Ferenc Puskás was born in Budapest in 1927 and made his debut for Honvéd in the Hungarian national league at the tender age of 18.  He went onto to become an Olympic gold medal winner in 1952 and a runner-up at the 1954 World Cup held in Switzerland.  Now recognised as one of the all-time great Real Madrid players it was in the Spanish capital where he attained the nickname ‘Pancho’ the name chosen for the Pancho Arena in Felcsút.

Felcsút is a very small village of 1800 people in the Váli Valley and sits just 40km west of the capital city Budapest, very near to the much larger town of Bicske.  Since 2004 the town has hosted the largest education centre for aspiring young footballers in Hungary and was home to a small team Felcsút FC who are now Puskás Akadémia FC.  The football training centre was officially inaugurated on the 80th birthday of the legendary player Ferenc Puskás on April 1, 2007, when a foundation stone was laid in the presence of FIFA and a host of former Hungarian football stars.

The stadium now serves as the main venue for international matches of the Hungarian national youth teams and as a temporary venue for a number of Budapest sides as older stadiums in the capital are reconstructed into modern theatres.  At the same time, the Pancho Arena serves as the home stadium to the Hungarian League side Puskás Akadémia FC.

Architectural Design

The 3,400 seat arena strikingly features nearly 1,000 tonnes of wood around 80 percent of which was manufactured by an Austrian timber manufacturer and which were finished skilfully at a Hungarian timber mill.  The architectural form of the arena is extremely rare but the facility meets all major UEFA regulations being it has under-soil heating, floodlighting, conference facilities, restaurants and media zones.

For all its distinct character a corresponding infrastructure was needed for the stadium.   The training centre that surrounding the stadium initially provided 9 full-size playing fields but 2 of these were sacrificed in 2012 to make way for the stadium. Moreover, a local mansion that once housed a sewing factory was transformed by pioneering architect Imre Makovecz into modern living facilities for football students.

IMG_7054The construction of a library, a museum and a research institute amongst the campus plans all stand towards nurturing the legacy of Ferenc Puskás.  Football, however, is central to the site and the number of football pitches adjoining the stadium is continually on the rise.

The Pancho Arena was arranged to fit into the large campus plans designed by the famous Hungarian architect Imre Makovecz.  A Kossuth award winning architect Makovecz was the father and chief proponent of the Hungarian organic architectural movement.  The stadium was inaugurated on Easter Monday 2014 and (as the architectural style suggests) the building attempts to work with the natural surroundings rather than triumph over them.  It stands as a modern form in complete contrast to the brutalist architectural style that typified the Hungarian communist era.

Boasting numerous beautiful timber fan vaults that spread out like tree branches the 130,000 square foot arena harmonises with the natural environment and has a striking visual appeal. The stadium interiors resemble that of a cathedral structure with concrete and wood combined.  The grass pitch gives the neat stadium the air of being a natural clearing sitting in a forest.  The sports facility is beautifully incorporated into a nostalgic small town setting which gives a unique appeal to the structure.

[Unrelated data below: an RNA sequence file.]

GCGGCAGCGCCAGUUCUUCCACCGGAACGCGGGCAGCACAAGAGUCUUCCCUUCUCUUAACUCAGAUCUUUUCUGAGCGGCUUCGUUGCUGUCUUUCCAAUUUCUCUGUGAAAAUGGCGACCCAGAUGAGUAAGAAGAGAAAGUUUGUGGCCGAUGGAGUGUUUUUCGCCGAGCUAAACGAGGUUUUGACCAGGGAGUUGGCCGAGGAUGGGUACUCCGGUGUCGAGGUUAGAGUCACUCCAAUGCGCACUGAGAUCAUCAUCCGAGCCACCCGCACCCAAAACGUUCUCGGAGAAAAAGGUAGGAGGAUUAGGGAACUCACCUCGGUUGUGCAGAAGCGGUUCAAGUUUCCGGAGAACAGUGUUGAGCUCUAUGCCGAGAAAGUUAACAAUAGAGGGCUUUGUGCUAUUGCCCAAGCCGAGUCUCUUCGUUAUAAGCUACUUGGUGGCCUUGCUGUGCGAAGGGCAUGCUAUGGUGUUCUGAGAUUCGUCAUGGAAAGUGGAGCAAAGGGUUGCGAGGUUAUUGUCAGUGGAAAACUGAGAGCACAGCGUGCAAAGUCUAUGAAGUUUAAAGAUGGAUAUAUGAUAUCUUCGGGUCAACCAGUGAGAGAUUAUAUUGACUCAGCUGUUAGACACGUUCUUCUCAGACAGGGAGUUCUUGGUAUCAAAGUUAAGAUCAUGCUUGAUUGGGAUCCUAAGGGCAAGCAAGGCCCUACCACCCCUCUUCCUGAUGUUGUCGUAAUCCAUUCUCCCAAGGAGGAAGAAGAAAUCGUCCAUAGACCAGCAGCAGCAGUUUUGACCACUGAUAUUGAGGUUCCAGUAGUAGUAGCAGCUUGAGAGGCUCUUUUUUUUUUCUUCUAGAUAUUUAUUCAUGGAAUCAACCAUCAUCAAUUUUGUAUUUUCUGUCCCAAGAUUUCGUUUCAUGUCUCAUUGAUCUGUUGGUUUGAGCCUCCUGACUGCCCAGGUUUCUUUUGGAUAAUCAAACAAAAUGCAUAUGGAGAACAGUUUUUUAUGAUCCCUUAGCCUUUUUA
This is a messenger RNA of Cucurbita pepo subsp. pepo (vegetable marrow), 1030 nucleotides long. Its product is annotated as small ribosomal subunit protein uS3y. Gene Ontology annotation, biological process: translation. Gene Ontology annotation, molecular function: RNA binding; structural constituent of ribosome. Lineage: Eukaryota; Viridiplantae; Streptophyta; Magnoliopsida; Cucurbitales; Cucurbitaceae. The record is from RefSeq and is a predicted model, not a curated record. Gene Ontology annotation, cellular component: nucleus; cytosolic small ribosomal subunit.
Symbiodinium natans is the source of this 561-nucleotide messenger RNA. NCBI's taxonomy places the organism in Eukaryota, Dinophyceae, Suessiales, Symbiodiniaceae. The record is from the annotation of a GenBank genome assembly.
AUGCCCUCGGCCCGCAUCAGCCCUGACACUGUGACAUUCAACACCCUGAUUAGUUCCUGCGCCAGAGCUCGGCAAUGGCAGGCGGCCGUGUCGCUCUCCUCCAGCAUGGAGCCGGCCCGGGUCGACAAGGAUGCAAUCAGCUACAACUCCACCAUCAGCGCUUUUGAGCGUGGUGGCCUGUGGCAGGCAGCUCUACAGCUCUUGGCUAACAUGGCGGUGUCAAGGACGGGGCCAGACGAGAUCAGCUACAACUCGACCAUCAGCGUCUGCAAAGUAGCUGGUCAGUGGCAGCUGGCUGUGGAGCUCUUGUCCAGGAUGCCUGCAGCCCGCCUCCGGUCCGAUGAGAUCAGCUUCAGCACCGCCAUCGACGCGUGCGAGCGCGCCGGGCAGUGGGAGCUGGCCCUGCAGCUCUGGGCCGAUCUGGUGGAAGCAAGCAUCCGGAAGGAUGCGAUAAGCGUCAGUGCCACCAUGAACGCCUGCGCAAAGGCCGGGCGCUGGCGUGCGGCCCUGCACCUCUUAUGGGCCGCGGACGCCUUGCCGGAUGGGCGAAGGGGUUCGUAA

The Pancho Arena project was designed, funded and constructed by Hungarian firms and, to the visiting outsider, there can be no doubting the main purpose of the Puskas Ferenc Football Academy.  Hungarian football lost its way internationally for many years and the need for a recognised facility to train on and provide a focus for putting Hungarian football once again on the map was urgently required.

Grand wooden arches are a feature of the Pancho Arena

But construction of the stadium has caused a great divide in public opinion given its creation was commissioned by the current Prime Minister Viktor Orbán.

Procurement projects were said to have been funded alongside government agency patronage. Amongst its detractors, the shape and style of the Pancho Arena have not been to everyone’s taste.  Instead, it has been tagged a ‘monument to corruption and political megalomania’ and a ‘dark hole’ in modern Hungary given its creation next to the personal Felcsút estate of Orbán.

Football wise spectator interest in the home games of Puskas Academia FC have been poor, although this is not unexpected given the town has a population of 1,800 and the stadium has only 3,800 seats.  Moreover, the stadium sits 40km outside Budapest and public transport connections are sparse. The roads leading to the stadium are narrow and in a poor state of repair.

Despite the aesthetics, the stadium earned huge criticism over its construction costs. With a budget set at the outset of HUF 3.8 billion (€12.4 million / $17 million), the stadium costs were more expensive than average compared to other such facilities. The cost per seat was almost double that of the nearby Groupama stadium which was constructed at the same time out of the older Flórián Albert home of Ferencvaros.

Rather than noting its organic concept, some Hungarians have called it a ‘Rudolf Steiner style creation’ and a corrupt ‘pet project’ given the town of Felcsút was the childhood lodging of the Prime Minister.

You can see images from the Pancho Arena here.